Back to business #4: Back-to-work basics for job seekers

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We’ll leave it to the economists to crunch the employment numbers. We’re just happy to see more Help Wanted signs in the windows of Main Street retailers. That’s good news for Americans affected by pandemic-related layoffs. As companies are getting back to business and returning to an in-person workplace, the FTC has some tips for job seekers.

Investigate job placement services before signing up. There are lots of reputable employment agencies, staffing companies, and other placement firms, but scammers have been known to masquerade as legitimate recruiters. They may claim to have the inside track on dream jobs at hot companies or they may just cut and paste outdated listings from genuine job sites. The usual tip-off is that they insist on money from job seekers up front. Legitimate placement firms don’t typically charge applicants a fee. Instead, the prospective employer pays the firm to find qualified candidates.

View work-at-home offers with suspicion. The recent experience of teleworking has led many people to explore working from home as a permanent option. Con artists know that, too, and try to lure consumers in with bogus work-at-home offers. A sign that you may be dealing with a scammer is if they ask you to shell out money for “starter kits,” “training,” “leads,” etc. Before sinking money into a work-at-home offer, talk it over with someone you trust. Evaluate with skepticism the “success stories” of people recommended by the promoters. They may be in on the scam.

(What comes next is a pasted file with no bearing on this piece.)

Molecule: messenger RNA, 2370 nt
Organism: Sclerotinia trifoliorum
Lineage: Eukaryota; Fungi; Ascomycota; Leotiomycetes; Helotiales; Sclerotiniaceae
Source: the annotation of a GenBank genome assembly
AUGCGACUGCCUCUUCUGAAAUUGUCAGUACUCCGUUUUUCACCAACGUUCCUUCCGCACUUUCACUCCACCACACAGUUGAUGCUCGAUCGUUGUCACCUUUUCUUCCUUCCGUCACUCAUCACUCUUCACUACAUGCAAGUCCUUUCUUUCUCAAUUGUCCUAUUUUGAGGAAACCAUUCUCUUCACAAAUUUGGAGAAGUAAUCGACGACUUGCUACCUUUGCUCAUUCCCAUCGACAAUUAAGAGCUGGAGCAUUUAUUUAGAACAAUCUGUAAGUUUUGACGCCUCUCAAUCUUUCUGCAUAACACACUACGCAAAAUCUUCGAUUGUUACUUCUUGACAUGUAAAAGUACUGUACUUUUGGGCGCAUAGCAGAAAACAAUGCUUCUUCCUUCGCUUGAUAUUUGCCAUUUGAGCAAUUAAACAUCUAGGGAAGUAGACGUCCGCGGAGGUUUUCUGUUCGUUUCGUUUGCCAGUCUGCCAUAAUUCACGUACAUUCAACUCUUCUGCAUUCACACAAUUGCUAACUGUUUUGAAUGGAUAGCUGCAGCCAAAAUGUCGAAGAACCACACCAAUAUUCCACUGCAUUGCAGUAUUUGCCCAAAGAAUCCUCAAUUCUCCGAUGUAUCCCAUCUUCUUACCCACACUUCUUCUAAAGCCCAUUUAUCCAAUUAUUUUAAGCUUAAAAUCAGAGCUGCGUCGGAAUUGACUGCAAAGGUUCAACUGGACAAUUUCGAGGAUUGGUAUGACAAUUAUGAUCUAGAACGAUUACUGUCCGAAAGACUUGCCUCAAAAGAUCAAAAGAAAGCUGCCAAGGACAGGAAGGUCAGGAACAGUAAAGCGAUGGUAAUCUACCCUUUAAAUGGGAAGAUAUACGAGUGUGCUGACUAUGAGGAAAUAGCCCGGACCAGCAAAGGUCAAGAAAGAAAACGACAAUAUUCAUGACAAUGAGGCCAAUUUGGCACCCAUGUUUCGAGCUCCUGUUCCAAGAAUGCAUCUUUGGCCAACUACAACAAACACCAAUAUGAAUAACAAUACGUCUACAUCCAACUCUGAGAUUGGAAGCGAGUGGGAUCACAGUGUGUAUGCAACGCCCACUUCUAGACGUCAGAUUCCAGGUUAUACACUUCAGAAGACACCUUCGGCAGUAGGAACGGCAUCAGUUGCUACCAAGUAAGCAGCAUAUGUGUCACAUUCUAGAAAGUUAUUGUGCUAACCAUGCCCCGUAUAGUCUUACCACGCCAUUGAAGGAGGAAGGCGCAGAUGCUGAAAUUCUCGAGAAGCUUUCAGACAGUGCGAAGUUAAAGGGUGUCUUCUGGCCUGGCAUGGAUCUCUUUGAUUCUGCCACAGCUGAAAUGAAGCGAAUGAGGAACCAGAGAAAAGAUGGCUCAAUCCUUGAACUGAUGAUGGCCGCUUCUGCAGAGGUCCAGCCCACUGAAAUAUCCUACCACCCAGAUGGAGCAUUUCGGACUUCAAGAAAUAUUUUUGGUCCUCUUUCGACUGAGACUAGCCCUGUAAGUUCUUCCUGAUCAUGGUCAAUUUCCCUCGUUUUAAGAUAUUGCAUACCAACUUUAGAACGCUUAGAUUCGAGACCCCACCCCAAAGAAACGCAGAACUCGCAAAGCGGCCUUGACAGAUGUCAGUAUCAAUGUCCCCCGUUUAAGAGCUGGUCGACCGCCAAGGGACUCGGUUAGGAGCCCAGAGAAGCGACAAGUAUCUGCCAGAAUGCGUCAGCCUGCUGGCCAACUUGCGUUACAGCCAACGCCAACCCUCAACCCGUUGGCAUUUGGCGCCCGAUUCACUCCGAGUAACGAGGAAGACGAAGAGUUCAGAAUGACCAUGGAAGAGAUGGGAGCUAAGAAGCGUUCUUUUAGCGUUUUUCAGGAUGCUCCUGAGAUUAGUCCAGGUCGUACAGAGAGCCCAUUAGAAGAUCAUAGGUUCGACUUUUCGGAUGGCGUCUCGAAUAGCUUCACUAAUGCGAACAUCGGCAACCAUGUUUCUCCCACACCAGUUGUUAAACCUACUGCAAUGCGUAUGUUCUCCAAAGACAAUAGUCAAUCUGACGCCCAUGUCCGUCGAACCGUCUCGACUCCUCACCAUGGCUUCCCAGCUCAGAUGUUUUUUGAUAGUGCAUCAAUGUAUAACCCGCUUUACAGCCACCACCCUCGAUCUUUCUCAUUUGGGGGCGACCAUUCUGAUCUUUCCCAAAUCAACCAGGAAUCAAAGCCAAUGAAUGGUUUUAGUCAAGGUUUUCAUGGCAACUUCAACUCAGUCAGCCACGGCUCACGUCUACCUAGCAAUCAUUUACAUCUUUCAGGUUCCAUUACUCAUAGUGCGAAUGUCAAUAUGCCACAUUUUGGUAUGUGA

Beware of be-your-own-boss pitches. Has uncertainty in the job market got you considering self-employment? Raise your defenses against bogus business opportunities. They often begin with a “free” online or in-person seminar that dangles the bait of a lavish lifestyle. But learning the promoters’ so-called “secrets” to financial security requires a substantial cash outlay for more courses or coaching. Take it from the people who have lost their savings to a real estate, investment, or money-making promotion: As soon as you hear the upsell, shut it down.

Start your search with reliable resources. Businesses are looking for qualified workers and you’re looking for a good job. See if you can make a match from the listings on reliable free sites. For example, CareerOneStop is sponsored by the U.S. Department of Labor and features job listings in the public and private sectors. USAJobs.gov is the federal government’s official site with job openings nationwide.

The FTC has more tips on spotting a job scam and evaluating business offers.

Next in the Back to Business series: Fostering a resilient workplace
 

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